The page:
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Topics - Longmane

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Background / Collective Training: Tournaments. 3 pts
« on: April 27, 2014, 09:54:58 PM »

Background / Everyday life in the Castled. 3 pts
« on: April 09, 2014, 07:12:03 PM »

Background / Hunting as a Way of Life (3 parts)
« on: January 27, 2014, 07:30:52 PM »

Background / Sense of Honour and Duty
« on: December 09, 2013, 11:09:17 PM »

Background / War, Society and Technology (3 pts)
« on: November 02, 2013, 10:45:30 PM »

Background / Fortifications and Siege. (11 pts)
« on: August 07, 2013, 05:34:20 PM »

Background / The Italian Job
« on: July 23, 2013, 05:47:07 PM »
PT 1

This thread concentrate's on a chapter taken from the same book as my last one, and while this will also be rather long it'll certainly not be as long as that was.    (Now if I decide get around to posting "Fortifications and Siege", that will be "long"  ;D


War has always provided opportunities for adventurers and mercenaries, as the story of the Najera campaign and the Lithuanian crusades illustrates so well, and the early decades of the Hundred Years' War saw many other examples of men fighting in armies for the personal gain that could come either from loot or from an agreed fee. In many cases, however, mercenary companies or individual 'soldiers of fortune' are indistinguishable from the rest of an army in the overall operations of siege and battle, and it is only during times of truce that real mercenary activity can be identified.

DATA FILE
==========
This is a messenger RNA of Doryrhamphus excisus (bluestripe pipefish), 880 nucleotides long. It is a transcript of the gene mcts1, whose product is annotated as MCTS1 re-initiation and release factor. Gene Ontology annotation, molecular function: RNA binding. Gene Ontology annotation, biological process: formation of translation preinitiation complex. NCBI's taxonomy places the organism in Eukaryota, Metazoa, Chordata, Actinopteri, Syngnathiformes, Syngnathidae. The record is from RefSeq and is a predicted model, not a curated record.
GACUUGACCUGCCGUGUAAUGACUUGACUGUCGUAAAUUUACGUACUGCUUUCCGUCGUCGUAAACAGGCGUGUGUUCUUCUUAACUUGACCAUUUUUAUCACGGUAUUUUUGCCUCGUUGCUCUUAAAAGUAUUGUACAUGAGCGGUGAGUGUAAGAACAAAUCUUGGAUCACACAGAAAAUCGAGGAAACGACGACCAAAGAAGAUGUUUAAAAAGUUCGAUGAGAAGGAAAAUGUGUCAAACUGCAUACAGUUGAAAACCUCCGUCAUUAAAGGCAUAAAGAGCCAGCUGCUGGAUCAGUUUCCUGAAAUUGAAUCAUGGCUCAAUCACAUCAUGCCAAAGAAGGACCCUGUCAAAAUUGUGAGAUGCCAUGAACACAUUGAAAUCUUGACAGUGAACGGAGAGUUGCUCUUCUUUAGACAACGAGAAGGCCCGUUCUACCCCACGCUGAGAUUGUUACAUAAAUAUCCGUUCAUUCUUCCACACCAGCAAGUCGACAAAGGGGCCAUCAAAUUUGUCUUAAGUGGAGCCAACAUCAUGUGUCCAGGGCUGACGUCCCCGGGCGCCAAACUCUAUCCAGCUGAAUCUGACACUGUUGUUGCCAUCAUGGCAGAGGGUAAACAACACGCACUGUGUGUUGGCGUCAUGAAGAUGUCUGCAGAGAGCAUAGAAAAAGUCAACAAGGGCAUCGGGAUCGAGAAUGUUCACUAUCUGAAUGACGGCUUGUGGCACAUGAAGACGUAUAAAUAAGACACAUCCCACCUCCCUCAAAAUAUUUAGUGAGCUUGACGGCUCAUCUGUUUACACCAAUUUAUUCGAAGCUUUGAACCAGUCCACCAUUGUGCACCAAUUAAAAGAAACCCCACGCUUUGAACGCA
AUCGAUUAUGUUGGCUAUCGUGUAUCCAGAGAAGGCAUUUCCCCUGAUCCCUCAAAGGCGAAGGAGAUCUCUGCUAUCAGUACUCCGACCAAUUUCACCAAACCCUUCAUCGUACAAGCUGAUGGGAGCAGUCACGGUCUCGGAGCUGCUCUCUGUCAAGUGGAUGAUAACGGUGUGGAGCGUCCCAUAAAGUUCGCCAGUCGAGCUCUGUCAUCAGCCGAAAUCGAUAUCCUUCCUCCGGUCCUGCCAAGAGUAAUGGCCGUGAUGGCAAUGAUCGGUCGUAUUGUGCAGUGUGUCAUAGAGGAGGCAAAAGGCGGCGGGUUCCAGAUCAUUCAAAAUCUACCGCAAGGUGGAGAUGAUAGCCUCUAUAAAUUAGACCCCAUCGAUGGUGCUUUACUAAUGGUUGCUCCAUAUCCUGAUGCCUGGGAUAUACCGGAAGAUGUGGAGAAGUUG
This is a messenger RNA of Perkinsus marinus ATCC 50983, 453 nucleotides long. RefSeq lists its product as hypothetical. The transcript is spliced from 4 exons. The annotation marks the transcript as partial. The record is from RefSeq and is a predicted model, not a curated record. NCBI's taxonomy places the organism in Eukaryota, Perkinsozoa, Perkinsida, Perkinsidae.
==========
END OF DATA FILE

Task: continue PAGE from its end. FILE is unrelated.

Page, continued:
The Peace of Bretigny in 1360 provided just such an opportunity. Large bodies of troops were suddenly disbanded, and instead of returning home, sold their skills to the highest bidder, and even, when no bidder was available, started wars of their own. It is with a sense of shame that one records the name of Sir Hugh Calveley and Sir Robert Knowles as leaders of these despicable bands.

Profit had once been made from the capture and ransom of the rich. Now it was to be scraped from the bottom of war's empty barrel. A stable government, such as that exercised by the Black Prince in Aquitaine, could close its borders to them, but this only put the pressure on to neighbours in turn. As a result the so-called 'Free Companies' flourished where the populace was weakest to withstand them, and where relatively unspoiled lands promised rich pickings. All that was necessary was for them to take a few castles and hold the populace to ransom.

Local defence against them was almost non-existent, although the towns built as fortified bastides fared better than others. As for getting rid of these brigands there seemed little alternative to paying them to go away and attack someone else - a scarcely satisfactory arrangement, unless the alternative place were a distant country. As Lithuania, which provided working holidays for the nobility, was hardly a convenient dumping ground for unwanted plunderers,' a much more promising location was to be found in Italy.


Service in Italian wars was not a new phenomenon, and in fact the curse of 'the mercenary was to afflict the peninsula for a further century and a half. When the French king Charles VIII invaded Italy in 1494 and captured Naples within six months, his rapid success was blamed on the predilection of the Italians for employing mercenaries. According to influential commentators such as Machiavelli, the Italian states were crushed so easily because for centuries they had hired others to fight on their behalf rather than relying on their own militias. To name names, Italy owed its latest disaster to the long and disreputable history of the condottieri.